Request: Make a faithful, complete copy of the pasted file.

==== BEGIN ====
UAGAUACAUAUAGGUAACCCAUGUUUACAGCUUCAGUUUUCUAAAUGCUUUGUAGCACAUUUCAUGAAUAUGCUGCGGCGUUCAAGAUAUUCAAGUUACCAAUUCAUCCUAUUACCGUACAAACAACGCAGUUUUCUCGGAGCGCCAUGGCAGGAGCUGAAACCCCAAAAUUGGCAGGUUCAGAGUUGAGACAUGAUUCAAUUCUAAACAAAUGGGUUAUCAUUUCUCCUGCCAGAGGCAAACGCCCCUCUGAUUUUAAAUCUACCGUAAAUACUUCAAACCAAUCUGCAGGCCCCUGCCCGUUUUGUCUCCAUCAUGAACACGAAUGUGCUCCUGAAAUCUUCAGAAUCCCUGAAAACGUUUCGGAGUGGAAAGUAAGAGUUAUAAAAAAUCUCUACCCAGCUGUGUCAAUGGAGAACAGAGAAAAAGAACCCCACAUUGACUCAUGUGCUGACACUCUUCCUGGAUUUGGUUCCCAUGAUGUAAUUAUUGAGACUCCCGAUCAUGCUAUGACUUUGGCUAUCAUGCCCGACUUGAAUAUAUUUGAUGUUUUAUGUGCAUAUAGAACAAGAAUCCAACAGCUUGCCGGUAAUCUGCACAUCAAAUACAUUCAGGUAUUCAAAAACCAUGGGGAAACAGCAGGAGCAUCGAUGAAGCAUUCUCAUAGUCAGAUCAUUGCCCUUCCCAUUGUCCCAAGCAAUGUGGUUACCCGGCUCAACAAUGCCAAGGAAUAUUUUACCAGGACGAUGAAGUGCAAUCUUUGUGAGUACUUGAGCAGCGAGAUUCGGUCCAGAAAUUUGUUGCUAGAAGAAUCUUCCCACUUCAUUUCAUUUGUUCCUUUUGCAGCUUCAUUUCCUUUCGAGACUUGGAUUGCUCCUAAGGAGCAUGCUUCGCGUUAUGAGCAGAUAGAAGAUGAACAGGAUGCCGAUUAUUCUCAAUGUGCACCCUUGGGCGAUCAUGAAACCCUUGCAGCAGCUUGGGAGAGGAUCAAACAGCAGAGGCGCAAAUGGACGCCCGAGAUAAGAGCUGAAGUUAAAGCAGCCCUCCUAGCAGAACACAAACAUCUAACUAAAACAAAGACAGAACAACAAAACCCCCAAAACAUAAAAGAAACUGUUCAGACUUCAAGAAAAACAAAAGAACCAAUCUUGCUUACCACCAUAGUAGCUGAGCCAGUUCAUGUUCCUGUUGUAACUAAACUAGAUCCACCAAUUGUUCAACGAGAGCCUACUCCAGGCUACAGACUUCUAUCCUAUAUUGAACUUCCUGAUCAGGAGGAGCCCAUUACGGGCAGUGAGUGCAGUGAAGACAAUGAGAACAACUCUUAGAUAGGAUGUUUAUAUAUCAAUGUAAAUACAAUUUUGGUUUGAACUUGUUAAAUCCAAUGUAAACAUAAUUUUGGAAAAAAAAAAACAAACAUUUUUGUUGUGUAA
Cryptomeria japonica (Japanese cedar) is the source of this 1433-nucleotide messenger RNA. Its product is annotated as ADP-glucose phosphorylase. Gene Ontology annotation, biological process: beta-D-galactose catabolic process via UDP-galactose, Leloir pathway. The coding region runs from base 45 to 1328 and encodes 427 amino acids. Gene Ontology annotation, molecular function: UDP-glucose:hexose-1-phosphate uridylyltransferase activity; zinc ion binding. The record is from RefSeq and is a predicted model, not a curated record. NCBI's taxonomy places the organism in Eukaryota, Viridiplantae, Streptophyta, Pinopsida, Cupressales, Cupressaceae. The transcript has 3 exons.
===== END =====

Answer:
UAGAUACAUAUAGGUAACCCAUGUUUACAGCUUCAGUUUUCUAAAUGCUUUGUAGCACAUUUCAUGAAUAUGCUGCGGCGUUCAAGAUAUUCAAGUUACCAAUUCAUCCUAUUACCGUACAAACAACGCAGUUUUCUCGGAGCGCCAUGGCAGGAGCUGAAACCCCAAAAUUGGCAGGUUCAGAGUUGAGACAUGAUUCAAUUCUAAACAAAUGGGUUAUCAUUUCUCCUGCCAGAGGCAAACGCCCCUCUGAUUUUAAAUCUACCGUAAAUACUUCAAACCAAUCUGCAGGCCCCUGCCCGUUUUGUCUCCAUCAUGAACACGAAUGUGCUCCUGAAAUCUUCAGAAUCCCUGAAAACGUUUCGGAGUGGAAAGUAAGAGUUAUAAAAAAUCUCUACCCAGCUGUGUCAAUGGAGAACAGAGAAAAAGAACCCCACAUUGACUCAUGUGCUGACACUCUUCCUGGAUUUGGUUCCCAUGAUGUAAUUAUUGAGACUCCCGAUCAUGCUAUGACUUUGGCUAUCAUGCCCGACUUGAAUAUAUUUGAUGUUUUAUGUGCAUAUAGAACAAGAAUCCAACAGCUUGCCGGUAAUCUGCACAUCAAAUACAUUCAGGUAUUCAAAAACCAUGGGGAAACAGCAGGAGCAUCGAUGAAGCAUUCUCAUAGUCAGAUCAUUGCCCUUCCCAUUGUCCCAAGCAAUGUGGUUACCCGGCUCAACAAUGCCAAGGAAUAUUUUACCAGGACGAUGAAGUGCAAUCUUUGUGAGUACUUGAGCAGCGAGAUUCGGUCCAGAAAUUUGUUGCUAGAAGAAUCUUCCCACUUCAUUUCAUUUGUUCCUUUUGCAGCUUCAUUUCCUUUCGAGACUUGGAUUGCUCCUAAGGAGCAUGCUUCGCGUUAUGAGCAGAUAGAAGAUGAACAGGAUGCCGAUUAUUCUCAAUGUGCACCCUUGGGCGAUCAUGAAACCCUUGCAGCAGCUUGGGAGAGGAUCAAACAGCAGAGGCGCAAAUGGACGCCCGAGAUAAGAGCUGAAGUUAAAGCAGCCCUCCUAGCAGAACACAAACAUCUAACUAAAACAAAGACAGAACAACAAAACCCCCAAAACAUAAAAGAAACUGUUCAGACUUCAAGAAAAACAAAAGAACCAAUCUUGCUUACCACCAUAGUAGCUGAGCCAGUUCAUGUUCCUGUUGUAACUAAACUAGAUCCACCAAUUGUUCAACGAGAGCCUACUCCAGGCUACAGACUUCUAUCCUAUAUUGAACUUCCUGAUCAGGAGGAGCCCAUUACGGGCAGUGAGUGCAGUGAAGACAAUGAGAACAACUCUUAGAUAGGAUGUUUAUAUAUCAAUGUAAAUACAAUUUUGGUUUGAACUUGUUAAAUCCAAUGUAAACAUAAUUUUGGAAAAAAAAAAACAAACAUUUUUGUUGUGUAA
Cryptomeria japonica (Japanese cedar) is the source of this 1433-nucleotide messenger RNA. Its product is annotated as ADP-glucose phosphorylase. Gene Ontology annotation, biological process: beta-D-galactose catabolic process via UDP-galactose, Leloir pathway. The coding region runs from base 45 to 1328 and encodes 427 amino acids. Gene Ontology annotation, molecular function: UDP-glucose:hexose-1-phosphate uridylyltransferase activity; zinc ion binding. The record is from RefSeq and is a predicted model, not a curated record. NCBI's taxonomy places the organism in Eukaryota, Viridiplantae, Streptophyta, Pinopsida, Cupressales, Cupressaceae. The transcript has 3 exons.